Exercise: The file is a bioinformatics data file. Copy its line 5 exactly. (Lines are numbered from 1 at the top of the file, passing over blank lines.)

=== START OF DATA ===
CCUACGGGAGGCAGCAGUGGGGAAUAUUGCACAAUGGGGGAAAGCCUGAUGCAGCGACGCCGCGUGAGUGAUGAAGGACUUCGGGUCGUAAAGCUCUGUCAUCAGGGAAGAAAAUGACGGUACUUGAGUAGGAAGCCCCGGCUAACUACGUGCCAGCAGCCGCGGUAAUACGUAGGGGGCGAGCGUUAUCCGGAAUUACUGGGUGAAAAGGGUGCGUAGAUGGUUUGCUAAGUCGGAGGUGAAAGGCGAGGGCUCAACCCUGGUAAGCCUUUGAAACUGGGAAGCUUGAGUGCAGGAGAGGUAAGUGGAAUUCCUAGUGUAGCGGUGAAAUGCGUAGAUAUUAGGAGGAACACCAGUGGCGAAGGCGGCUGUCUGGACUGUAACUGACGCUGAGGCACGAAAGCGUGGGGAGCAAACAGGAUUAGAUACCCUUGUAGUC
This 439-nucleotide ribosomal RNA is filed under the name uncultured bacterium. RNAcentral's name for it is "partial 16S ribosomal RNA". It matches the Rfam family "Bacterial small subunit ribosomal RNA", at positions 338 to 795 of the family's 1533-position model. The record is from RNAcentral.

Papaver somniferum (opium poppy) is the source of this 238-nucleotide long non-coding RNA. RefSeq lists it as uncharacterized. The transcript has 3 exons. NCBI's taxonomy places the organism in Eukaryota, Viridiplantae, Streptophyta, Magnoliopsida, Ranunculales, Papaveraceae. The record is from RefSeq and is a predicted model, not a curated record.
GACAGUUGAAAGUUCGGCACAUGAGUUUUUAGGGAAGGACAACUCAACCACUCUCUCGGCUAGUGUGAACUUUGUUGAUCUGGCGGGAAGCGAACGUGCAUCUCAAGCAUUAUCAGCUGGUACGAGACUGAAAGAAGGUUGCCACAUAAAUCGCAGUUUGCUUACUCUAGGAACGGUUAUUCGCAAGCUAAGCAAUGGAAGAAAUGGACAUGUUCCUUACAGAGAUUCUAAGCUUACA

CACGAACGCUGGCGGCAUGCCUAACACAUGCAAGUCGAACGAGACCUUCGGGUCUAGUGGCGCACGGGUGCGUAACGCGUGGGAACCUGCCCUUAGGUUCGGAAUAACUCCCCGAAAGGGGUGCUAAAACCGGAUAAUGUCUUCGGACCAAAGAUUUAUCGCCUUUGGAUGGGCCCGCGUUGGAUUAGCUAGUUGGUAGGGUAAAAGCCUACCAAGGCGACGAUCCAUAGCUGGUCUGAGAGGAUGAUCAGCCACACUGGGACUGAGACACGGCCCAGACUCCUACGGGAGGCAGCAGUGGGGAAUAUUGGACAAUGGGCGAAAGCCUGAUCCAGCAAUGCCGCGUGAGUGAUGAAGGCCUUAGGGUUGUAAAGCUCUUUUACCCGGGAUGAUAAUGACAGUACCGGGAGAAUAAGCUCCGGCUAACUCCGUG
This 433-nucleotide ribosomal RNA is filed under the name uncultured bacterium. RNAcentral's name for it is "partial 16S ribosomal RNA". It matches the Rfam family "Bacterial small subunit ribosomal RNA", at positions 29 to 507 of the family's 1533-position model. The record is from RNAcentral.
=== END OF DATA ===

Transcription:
CACGAACGCUGGCGGCAUGCCUAACACAUGCAAGUCGAACGAGACCUUCGGGUCUAGUGGCGCACGGGUGCGUAACGCGUGGGAACCUGCCCUUAGGUUCGGAAUAACUCCCCGAAAGGGGUGCUAAAACCGGAUAAUGUCUUCGGACCAAAGAUUUAUCGCCUUUGGAUGGGCCCGCGUUGGAUUAGCUAGUUGGUAGGGUAAAAGCCUACCAAGGCGACGAUCCAUAGCUGGUCUGAGAGGAUGAUCAGCCACACUGGGACUGAGACACGGCCCAGACUCCUACGGGAGGCAGCAGUGGGGAAUAUUGGACAAUGGGCGAAAGCCUGAUCCAGCAAUGCCGCGUGAGUGAUGAAGGCCUUAGGGUUGUAAAGCUCUUUUACCCGGGAUGAUAAUGACAGUACCGGGAGAAUAAGCUCCGGCUAACUCCGUG